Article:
Keywords: Human Factors, Pervasive Healthcare, PrivacyIssues

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4 Modeling Reaction Time in Car-Following Behaviour Based on Human Factors

Authors: Said M. Easa, Atif Mehmood

Abstract:

This paper develops driver reaction-time models for car-following analysis based on human factors. The reaction time was classified as brake-reaction time (BRT) and acceleration/deceleration reaction time (ADRT). The BRT occurs when the lead vehicle is barking and its brake light is on, while the ADRT occurs when the driver reacts to adjust his/her speed using the gas pedal only. The study evaluates the effect of driver characteristics and traffic kinematic conditions on the driver reaction time in a car-following environment. The kinematic conditions introduced urgency and expectancy based on the braking behaviour of the lead vehicle at different speeds and spacing. The kinematic conditions were used for evaluating the BRT and are classified as normal, surprised, and stationary. Data were collected on a driving simulator integrated into a real car and included the BRT and ADRT (as dependent variables) and driver-s age, gender, driving experience, driving intensity (driving hours per week), vehicle speed, and spacing (as independent variables). The results showed that there was a significant difference in the BRT at normal, surprised, and stationary scenarios and supported the hypothesis that both urgency and expectancy had significant effects on BRT. Driver-s age, gender, speed, and spacing were found to be significant variables for the BRT in all scenarios. The results also showed that driver-s age and gender were significant variables for the ADRT. The research presented in this paper is part of a larger project to develop a driversensitive in-vehicle rear-end collision warning system.

Keywords: Modeling, Human Factors, Brake reaction time, car-following

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3 Computer - based Systems for High Speed Vessels Navigators – Engineers Training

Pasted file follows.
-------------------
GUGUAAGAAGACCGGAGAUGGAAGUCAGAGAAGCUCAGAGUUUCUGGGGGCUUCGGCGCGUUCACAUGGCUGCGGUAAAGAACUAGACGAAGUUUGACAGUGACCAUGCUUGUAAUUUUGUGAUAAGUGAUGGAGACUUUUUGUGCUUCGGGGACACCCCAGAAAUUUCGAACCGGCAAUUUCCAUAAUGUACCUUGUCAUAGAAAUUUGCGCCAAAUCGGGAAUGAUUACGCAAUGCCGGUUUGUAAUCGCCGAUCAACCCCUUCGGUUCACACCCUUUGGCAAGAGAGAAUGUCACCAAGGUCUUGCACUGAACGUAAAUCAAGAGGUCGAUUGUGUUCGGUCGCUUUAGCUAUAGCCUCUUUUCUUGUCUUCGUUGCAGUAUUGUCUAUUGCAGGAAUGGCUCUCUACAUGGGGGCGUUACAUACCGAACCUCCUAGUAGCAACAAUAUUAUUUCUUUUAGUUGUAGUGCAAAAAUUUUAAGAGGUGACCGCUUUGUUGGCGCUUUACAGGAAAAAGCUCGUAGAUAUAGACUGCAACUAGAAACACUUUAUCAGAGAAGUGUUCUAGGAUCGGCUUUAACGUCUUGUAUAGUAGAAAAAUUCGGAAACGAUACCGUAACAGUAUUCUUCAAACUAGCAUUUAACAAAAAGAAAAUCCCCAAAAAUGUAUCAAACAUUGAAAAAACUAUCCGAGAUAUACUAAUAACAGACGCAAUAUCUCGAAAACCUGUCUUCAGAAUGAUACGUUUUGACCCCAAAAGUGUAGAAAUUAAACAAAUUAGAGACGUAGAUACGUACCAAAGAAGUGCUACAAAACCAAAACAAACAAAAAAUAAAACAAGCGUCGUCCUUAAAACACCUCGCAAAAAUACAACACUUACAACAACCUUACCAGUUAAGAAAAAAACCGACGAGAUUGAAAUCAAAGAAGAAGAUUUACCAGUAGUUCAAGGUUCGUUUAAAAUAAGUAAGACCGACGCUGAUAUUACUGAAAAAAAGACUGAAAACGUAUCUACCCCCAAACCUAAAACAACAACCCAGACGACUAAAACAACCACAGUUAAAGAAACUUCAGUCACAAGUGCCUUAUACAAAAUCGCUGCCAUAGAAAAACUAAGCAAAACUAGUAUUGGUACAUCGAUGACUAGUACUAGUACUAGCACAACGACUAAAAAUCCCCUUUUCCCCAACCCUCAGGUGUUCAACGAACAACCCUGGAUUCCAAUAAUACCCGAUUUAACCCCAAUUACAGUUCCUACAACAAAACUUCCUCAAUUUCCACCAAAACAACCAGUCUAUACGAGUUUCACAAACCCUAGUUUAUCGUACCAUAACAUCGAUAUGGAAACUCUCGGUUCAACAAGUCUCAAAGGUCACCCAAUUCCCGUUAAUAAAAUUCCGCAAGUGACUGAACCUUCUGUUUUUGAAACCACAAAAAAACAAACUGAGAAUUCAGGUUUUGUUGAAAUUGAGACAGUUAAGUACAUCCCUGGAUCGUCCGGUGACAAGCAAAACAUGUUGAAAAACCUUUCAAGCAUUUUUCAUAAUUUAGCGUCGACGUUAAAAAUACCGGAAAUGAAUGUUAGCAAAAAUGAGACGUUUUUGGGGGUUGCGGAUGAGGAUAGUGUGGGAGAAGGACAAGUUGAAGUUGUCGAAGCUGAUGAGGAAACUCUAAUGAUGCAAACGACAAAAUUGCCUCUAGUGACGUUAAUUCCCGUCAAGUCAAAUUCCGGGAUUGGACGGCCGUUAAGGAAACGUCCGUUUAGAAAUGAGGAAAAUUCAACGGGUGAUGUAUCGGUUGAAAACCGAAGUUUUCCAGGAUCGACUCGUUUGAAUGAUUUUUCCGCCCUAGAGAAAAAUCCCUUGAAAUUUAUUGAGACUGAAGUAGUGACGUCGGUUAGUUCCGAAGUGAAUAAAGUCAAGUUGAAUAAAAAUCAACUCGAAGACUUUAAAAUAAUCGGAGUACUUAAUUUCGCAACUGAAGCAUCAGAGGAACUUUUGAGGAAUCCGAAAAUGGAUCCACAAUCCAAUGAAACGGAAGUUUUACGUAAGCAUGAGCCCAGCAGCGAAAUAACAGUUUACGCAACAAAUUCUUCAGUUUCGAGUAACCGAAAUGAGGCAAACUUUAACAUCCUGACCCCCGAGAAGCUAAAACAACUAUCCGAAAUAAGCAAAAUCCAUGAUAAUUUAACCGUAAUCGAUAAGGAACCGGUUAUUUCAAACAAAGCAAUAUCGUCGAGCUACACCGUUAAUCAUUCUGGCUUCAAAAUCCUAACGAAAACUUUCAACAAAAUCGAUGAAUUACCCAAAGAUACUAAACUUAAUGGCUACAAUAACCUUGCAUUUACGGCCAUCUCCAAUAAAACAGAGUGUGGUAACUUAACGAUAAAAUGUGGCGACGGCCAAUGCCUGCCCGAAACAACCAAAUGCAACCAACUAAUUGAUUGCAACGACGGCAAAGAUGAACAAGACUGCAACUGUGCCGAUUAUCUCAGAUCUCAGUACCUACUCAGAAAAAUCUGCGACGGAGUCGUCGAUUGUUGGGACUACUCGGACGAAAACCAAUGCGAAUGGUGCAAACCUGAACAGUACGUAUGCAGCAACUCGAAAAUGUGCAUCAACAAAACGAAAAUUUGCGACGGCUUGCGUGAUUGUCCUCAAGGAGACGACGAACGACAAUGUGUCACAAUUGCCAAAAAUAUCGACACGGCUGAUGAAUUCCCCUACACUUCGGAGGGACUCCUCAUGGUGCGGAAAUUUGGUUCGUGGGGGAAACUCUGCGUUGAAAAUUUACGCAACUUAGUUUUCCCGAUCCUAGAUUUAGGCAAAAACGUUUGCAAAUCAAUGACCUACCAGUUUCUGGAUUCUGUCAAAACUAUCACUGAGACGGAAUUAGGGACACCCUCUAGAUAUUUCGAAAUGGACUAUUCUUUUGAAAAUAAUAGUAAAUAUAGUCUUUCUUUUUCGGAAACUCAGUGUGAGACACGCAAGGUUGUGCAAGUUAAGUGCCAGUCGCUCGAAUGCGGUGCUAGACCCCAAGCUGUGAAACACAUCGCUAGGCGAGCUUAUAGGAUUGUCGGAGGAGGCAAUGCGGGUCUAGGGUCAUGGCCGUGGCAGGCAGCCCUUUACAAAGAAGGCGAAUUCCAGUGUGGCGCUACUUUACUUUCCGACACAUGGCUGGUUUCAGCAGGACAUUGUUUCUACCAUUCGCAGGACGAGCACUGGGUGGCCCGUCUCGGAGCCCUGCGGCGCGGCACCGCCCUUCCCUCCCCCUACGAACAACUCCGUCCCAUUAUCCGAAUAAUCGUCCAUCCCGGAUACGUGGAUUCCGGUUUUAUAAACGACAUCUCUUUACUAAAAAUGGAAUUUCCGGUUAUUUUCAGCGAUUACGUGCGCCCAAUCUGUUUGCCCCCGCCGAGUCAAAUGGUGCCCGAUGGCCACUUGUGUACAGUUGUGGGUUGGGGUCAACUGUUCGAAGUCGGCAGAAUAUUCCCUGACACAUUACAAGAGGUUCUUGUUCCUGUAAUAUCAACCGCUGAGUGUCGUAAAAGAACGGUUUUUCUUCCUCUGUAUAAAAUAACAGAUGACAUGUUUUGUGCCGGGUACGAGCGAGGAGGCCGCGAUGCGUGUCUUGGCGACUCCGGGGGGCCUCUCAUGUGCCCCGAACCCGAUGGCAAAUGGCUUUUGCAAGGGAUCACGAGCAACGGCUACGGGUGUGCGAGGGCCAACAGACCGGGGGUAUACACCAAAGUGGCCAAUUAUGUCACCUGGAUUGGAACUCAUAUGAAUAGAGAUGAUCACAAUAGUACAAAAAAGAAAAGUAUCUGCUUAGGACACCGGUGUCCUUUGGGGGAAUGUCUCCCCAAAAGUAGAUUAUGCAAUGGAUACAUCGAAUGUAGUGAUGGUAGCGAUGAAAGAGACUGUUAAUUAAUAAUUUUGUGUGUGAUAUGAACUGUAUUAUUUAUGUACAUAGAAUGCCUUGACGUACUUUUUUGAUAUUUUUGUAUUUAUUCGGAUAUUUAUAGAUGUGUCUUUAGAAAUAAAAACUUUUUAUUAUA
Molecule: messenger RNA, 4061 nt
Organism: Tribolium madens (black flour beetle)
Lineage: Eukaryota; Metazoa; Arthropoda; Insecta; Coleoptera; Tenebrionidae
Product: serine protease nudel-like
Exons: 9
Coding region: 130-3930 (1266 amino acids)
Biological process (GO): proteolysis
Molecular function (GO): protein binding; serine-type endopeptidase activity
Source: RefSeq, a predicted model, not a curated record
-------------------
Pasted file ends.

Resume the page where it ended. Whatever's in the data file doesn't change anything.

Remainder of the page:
Authors: D. E. Gourgoulis, C. G. Yakinthos, M. G. Vassiliadou

Abstract:

With high speed vessels getting ever more sophisti-cated, travelling at higher and higher speeds and operating in With high speed vessels getting ever more sophisticated, travelling at higher and higher speeds and operating in areas of high maritime traffic density, training becomes of the highest priority to ensure that safety levels are maintained, and risks are adequately mitigated. Training onboard the actual craft on the actual route still remains the most effective way for crews to gain experience. However, operational experience and incidents during the last 10 years demonstrate the need for supplementary training whether in the area of simulation or man to man, man/ machine interaction. Training and familiarisation of the crew is the most important aspect in preventing incidents. The use of simulator, computer and web based training systems in conjunction with onboard training focusing on critical situations will improve the man machine interaction and thereby reduce the risk of accidents. Today, both ship simulator and bridge teamwork courses are now becoming the norm in order to improve further emergency response and crisis management skills. One of the main causes of accidents is the human factor. An efficient way to reduce human errors is to provide high-quality training to the personnel and to select the navigators carefully.areas of high maritime traffic density, training becomes of the highest priority to ensure that safety levels are maintained, and risks are adequately mitigated. Training onboard the actual craft on the actual route still remains the most effective way for crews to gain experience. How-ever, operational experience and incidents during the last 10 years demonstrate the need for supplementary training whether in the area of simulation or man to man, man/ machine interaction. Training and familiarisation of the crew is the most important aspect in preventing incidents. The use of simulator, computer and web based training systems in conjunction with onboard training focusing on critical situations will improve the man machine interaction and thereby reduce the risk of accidents. Today, both ship simulator and bridge teamwork courses are now becoming the norm in order to improve further emergency response and crisis management skills. One of the main causes of accidents is the human factor. An efficient way to reduce human errors is to provide high-quality training to the person-nel and to select the navigators carefully. KeywordsCBT - WBT systems, Human factors.